Last night, Janet and I took a bus to the gorgeous National Library
on Victoria Street for the Singapore book launch of Tash Aw
's new novel Map of the Invisible World
(my capsule review
). The event was on the restricted top floor, level 16, dubbed "The Pod" as it faintly resembles a science-fictional escape pod, with the feeling of an observation deck, almost 360 degrees of windows that allowed an extraordinary view of downtown Singapore and beyond. It was a beautiful space. I'd heard Aw speak at the previous Singapore Writers Festival
in 2007, and was impressed by what he had to say; hopefully, this event would be equally as interesting and enlightening.
And it was. Aw was asked questions about the subject matter of Map of the Invisible World
and the difficulty of writing about Indonesia in the 1960s, a period before he was born in a place where he did not live. His answers were articulate and intelligent, and amounted to meticulous and diligent research to get the facts right, although the politics and factual events were not the focus of the novel. Rather, it was the characters that he was most interested in, and making sure that the authenticity of the setting served to make them fully realized. This certainly comes through in the book itself, which feels much more like a character study than any kind of political plot-driven text.
Zariena Solleh of Horizon Books
was Aw's interlocutor and did an excellent job of mixing her questions about the book itself and his writing process, as well as dealing with the success of his first novel The Harmony Silk Factory
. His answers revealed a diligent work ethic (Aw writes full time) and an insecurity that not only would his second book not match up to his first, but that it would not match up to his own sense of artistic quality. He also talked about the way that books are marketed by US and UK publishers to Asia (either expensive hardcovers or cheap-ass mass-market paperbacks that tend not to last), and of his insistence on having affordable but good-quality books distributed in the region; this led to the Indian arm of HarperCollins publishing a hardcover edition especially for an Asian audience, and also a nice trade paperback edition for Singapore. This was an experiment, he admitted, and one that his publishers likely would not have embarked on had not his first novel done so well.
Thoughtful answers all. He also answered some questions from the audience, and then afterward signed books and chatted with the folks in attendance. As he signed my copy, I asked about the paperback edition with "For Sale in Singapore Only" on the back, wondering whether this was a special edition that had been censored in some way (although after reading the book, I couldn't see how this could possibly be the case, unless offending passages had been completely elided), but he insisted that the content of this edition was identical to the hardcover edition in the UK, Malaysia, Hong Kong, and elsewhere. At my remark that the statement on the back of the book limited HarperCollins' ability to also sell this edition in other parts of the world (the Australian edition is also in paperback, but I'm not aware of such a statement), Aw just shrugged his shoulders and said he wasn't sure why they'd done this, that they had very specific plans for each edition of Map of the Invisible World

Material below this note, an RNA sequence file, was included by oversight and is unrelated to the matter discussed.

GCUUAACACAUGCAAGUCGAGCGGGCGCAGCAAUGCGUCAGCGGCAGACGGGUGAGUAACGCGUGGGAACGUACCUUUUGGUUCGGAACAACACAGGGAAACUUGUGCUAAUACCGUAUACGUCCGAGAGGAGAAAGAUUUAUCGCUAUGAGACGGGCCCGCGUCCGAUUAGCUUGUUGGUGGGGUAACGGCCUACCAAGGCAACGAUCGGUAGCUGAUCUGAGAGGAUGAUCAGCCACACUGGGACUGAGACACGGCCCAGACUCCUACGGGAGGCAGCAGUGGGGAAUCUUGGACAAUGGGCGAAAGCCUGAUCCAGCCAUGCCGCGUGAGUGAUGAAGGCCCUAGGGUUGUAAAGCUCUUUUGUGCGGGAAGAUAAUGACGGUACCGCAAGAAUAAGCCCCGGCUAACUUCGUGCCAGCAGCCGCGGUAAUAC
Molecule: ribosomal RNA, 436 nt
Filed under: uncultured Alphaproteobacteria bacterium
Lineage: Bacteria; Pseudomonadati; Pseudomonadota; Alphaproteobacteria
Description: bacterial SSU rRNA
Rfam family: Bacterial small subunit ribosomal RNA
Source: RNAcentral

Throughout the whole evening, Tash Aw was both self-effacing and humble, and though he thoughtfully answered all the questions asked of him, he never claimed to have all the answers (such as to "Must an author leave his or her home country in order to effectively write about it?"). He was gracious with his time, and made sure to thank both Horizon Books and the National Book Development Council of Singapore
for hosting the event; he also made a point of thanking the members of the audience for attending, especially on a Monday evening, and talked with everyone who lined up to get their copies signed. A wonderful literary evening, and it made me long for the readings, talks, panels, and other events that Janet and I went to almost every other weekend in the Triangle area while we still lived in Raleigh.
Another recent literary event, held a little over a week before, was quite a different experience. Again hosted by the Book Council, and held at the Arts House in the old parliament building, was a meet-the-author event with Wena Poon
as part of the Singapore Book Club; she was there to discuss her collection Lions in Winter
(my capsule review
) and the process from an random assemblage of short stories to a complete book. Her interlocutor was Sharon Bakar, who maintains the fantastic blog Bibliobibuli